My main knife, and the one that best matches the intent of the meme, I think, is a Myerchin Lightknife L377P, which they apparently don't sell anymore. It's a very nice, light, compact knife, with a multipurpose half-straight half-serrated blade; a marlinspike, which is useful for knot- and ropework; and a small red LED, which is nice for seeing things without ruining your night vision. I use the marlinspike a lot less these days, because I don't do as much decorative knotwork, but it's still occasionally useful.
The knife was a Christmas gift from my dad and stepmother a number of years ago. (Possibly 2004 or so.) I'd been thinking about replacing my at-the-time pocket knife, something from Spyderco, with a lighter, more compact knife, when I read a Cool Tools review of the Myerchin L377P. It sounded like it would do everything I wanted and more, so I made a Christmas request and then got what I asked for.
The Myerchin isn't the only knife that meets the letter of the meme's wording, though. I also have a credit-card-shaped multitool from Brookstone in my wallet. I use it mostly for its tweezers, but its pen, needle, scissors, and knife blade are also occasionally useful.
A knife I also usually have on me is my Victorinox Swiss Army CyberTool. Technically, it lives in my laptop bag, not my pocket, but I usually have the bag with me. It's very useful for dealing with all sorts of small-scale hardware, because it's got the screwdriver with interchangeable phillips, flat, and torx bits, plus the small pliers (which also include a wire cutter).
This was a birthday gift from my parents back in 2000 or so. It replaced my previous everyday knife, a Swiss Army Automobile Special, which had also been a birthday gift from my parents. Victorinox had just come out with the CyberTool and I'd been working for a couple of years in a hardware and software tech support position, so I let my parents know I was really interested in the new knife. More than ten years later, it's still serving me well.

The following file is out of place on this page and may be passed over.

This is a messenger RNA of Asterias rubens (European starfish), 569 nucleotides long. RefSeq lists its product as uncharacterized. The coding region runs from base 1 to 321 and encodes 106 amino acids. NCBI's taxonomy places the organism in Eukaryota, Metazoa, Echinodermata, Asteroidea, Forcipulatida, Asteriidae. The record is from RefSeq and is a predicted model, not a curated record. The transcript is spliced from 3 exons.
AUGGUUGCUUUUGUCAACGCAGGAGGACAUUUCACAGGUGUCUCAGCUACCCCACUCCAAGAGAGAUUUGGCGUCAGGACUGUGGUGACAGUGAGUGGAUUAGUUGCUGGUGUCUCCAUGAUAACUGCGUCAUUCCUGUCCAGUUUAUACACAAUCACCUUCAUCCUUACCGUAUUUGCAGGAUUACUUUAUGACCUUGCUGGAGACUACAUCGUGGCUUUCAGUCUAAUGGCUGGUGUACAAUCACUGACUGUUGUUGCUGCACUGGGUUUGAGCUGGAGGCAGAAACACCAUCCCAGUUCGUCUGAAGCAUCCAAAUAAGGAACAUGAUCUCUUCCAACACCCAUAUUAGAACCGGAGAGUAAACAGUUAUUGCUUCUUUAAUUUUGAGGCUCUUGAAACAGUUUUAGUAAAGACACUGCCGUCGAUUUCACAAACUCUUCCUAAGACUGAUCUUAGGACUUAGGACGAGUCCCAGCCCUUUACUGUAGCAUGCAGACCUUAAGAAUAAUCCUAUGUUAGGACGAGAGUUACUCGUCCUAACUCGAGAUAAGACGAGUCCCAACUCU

The last knife that I usually have on me (also in my laptop bag) is a Columbia River Knife & Tool Rollock, which doesn't appear to be for sale anymore. It's got an interesting opening mechanism; instead of unfolding, the blade flips up a little and slides out of the body, locking into place at its fullest extent. It's mostly in my laptop bag because it's very slim, so it doesn't take up much extra room and it's handy if I've forgotten my Myerchin somewhere. Because it's got a completely straight blade, it's less of a pain to sharpen than the Myerchin, so it's usually the sharpest knife I have on me, which sometimes means I use it instead of the Myerchin even if I have both with me.
This one was a gift from my youngest sister at her wedding as thanks for being a groomsman and playing trumpet in the wedding.
Mon, 02 May 2011
The MTA and GTFS
Back when I didn't have a car, I used the MTA daily and had a set of scripts to extract their schedule data from the website and import it into trainsched on my Palm Pilot. I asked them for more structured data at one point but was rebuffed, so I stuck with my scripts that had to be updated every time they changed their schedule pages.
I don't have a Palm Pilot any more (and trainsched doesn't even run on the PalmOS emulator on my WebOS phone), but I thought it would be nice to update my old scripts to use the new GTFS feeds. This should even work with other GTFS feeds; there's nothing really MTA-specific going on.
The updated scripts are here: GTFS to trainsched converter.